October 11, 2016

Why Obsolete Technology is a Data Breach Waiting to Happen

All devices that contain hard drives are data-rich assets that could potentially expose confidential information and lead to a data security breach.

It’s important to remember that securing data on obsolete computers, laptops, smart phones, and other equipment, is just as important as protecting data on equipment that is still in use. 

Here’s why obsolete technology increases the risk of a data breach.

Resale: Some organizations simply re-sell old equipment. But earlier this year, a Data Recovery Study by Blancco Technology Group, a global IT support services provider based in the U.K., showed that resale is not a safe solution. For the study, Blancco bought 200 second-hand hard drives on eBay and from Craigslist. Then, it did a forensic analysis - and recovered social security numbers and other personally identifiable information (PII) on two-thirds of the drives as well as employee emails, spreadsheets, and other sensitive company information on 11% of the drives.   

Stock-piling: When legacy equipment is put into storage, confidential information on the hard drive is still a target for data thieves. The Shred-it 2016 State of the Industry report recommended frequent destruction of legacy electronic devices. The research showed that 76% of C-Suites destroy hardware every two to three months. Just 60% of small business owners (SBOs) dispose of hard drives, USBs and other electronic devices containing confidential information less than once a year or never. Clean out storage facilities regularly, and avoid stock-piling old equipment.

Compliance: Compliance is still a factor when dealing with broken-down and legacy electronics. The State of the Industry report showed that awareness among C-Suites and SBOs about the legal requirements of storing and disposing of confidential data has increased. But still only 31% of C-Suites and 32% of SBOs have information security policies for both off-site work environments and flexible working areas. Partner with an information destruction provider that understands and promotes compliance requirements.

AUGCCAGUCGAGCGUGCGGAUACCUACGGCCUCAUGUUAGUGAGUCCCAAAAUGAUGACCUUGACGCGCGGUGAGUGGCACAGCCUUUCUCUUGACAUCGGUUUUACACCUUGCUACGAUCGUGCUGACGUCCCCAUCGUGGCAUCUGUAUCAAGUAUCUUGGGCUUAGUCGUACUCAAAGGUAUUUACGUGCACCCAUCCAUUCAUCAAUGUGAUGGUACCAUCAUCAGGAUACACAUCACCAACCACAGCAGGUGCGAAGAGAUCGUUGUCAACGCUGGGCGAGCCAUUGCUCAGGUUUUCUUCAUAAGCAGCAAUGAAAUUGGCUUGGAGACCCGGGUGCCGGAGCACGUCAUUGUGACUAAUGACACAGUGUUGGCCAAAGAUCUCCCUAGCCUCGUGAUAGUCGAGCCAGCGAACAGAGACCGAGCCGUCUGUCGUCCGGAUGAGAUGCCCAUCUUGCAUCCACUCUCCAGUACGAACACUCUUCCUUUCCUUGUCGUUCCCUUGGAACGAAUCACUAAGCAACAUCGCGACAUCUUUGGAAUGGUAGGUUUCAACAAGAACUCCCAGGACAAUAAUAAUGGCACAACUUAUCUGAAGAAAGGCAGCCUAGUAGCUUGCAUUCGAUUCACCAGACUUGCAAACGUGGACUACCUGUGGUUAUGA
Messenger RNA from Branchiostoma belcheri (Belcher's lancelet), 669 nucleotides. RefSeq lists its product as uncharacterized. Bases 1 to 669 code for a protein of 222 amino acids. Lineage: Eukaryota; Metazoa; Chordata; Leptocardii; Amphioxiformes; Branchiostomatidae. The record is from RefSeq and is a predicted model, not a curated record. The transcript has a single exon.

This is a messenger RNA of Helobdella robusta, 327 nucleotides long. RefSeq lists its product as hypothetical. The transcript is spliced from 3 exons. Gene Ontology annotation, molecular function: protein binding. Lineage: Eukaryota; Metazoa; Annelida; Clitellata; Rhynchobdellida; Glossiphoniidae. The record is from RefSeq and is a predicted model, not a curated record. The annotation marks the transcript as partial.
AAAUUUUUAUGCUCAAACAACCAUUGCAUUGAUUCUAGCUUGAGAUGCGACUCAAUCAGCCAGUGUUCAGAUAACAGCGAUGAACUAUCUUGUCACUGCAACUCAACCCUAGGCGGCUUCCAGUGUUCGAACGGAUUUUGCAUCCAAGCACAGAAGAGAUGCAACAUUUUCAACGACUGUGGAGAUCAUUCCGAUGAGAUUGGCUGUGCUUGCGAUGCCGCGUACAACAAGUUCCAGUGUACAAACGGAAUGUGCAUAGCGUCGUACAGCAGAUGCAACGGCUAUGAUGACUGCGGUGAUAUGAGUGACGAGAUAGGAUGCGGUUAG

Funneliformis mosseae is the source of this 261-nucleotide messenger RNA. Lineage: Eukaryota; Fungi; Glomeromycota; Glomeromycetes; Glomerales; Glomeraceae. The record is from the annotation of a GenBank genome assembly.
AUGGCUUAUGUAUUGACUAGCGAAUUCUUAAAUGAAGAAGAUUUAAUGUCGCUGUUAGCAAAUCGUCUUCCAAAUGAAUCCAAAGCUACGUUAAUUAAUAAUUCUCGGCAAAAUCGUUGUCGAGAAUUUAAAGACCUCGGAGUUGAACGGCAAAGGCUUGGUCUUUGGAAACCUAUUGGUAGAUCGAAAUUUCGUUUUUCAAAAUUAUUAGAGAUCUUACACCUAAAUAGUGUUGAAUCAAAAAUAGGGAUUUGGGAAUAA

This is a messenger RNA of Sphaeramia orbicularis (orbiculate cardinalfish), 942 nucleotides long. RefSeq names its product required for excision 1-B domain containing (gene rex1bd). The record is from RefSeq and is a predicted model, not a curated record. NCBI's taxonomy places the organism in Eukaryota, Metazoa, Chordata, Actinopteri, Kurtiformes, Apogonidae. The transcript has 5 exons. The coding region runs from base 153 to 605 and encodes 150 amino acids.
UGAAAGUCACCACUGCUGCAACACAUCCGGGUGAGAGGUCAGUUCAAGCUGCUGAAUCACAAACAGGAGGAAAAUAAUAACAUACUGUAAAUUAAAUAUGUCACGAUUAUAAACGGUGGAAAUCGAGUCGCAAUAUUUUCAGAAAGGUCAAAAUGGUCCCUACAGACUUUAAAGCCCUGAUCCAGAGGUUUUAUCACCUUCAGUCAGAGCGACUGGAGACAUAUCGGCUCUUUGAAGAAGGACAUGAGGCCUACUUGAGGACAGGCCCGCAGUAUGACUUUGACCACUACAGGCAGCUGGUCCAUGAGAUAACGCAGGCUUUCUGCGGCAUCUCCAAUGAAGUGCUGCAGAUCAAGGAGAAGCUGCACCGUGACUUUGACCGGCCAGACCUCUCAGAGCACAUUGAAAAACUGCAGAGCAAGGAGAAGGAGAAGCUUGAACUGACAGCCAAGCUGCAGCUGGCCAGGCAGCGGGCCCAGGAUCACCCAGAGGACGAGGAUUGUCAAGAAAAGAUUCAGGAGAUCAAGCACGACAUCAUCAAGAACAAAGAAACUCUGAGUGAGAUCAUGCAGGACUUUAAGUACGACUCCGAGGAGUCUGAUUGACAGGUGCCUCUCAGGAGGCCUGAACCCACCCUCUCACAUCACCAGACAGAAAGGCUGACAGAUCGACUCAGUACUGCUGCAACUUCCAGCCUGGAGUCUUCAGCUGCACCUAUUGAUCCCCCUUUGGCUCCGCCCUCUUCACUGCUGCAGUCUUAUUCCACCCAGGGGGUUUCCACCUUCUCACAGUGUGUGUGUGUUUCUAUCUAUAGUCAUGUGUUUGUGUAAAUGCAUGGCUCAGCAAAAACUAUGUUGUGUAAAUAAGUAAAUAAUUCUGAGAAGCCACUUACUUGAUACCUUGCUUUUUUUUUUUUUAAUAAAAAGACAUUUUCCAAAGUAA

Deleting Data: In the Blancco study, two in five of the drives showed evidence of an attempt to delete data either by dragging files to the Recycle Bin or by using the delete button. But this data (and reformatted data) is still easily recovered.  

Recycling: Legislation helps control the amount of e-waste – or old electronic equipment – going into landfills, promotes re-use of materials, and protects personal data and the environment. In the United States, the Environmental Protection Agency (EPA) is involved in the process. In the UK, the Environmental Agency is involved. Partner with a document destruction leader that is committed to recycling best practices, and that recycles destroyed hard drives after secure destruction.

It’s clear that a company’s old servers and electronics are not just dated or broken down – they’re a liability. Today, responsible hard drive and e-media destruction and disposal has to be a key component of information security.Physically destroying obsolete hardware by crushing or shearing it guarantees the protection – and destruction – of information. Your document destruction partner should provide secure chain of custody processes with a certificate of media destruction after each service.

When you can identify the most vulnerable areas for office fraud, you can more easily reduce the risk.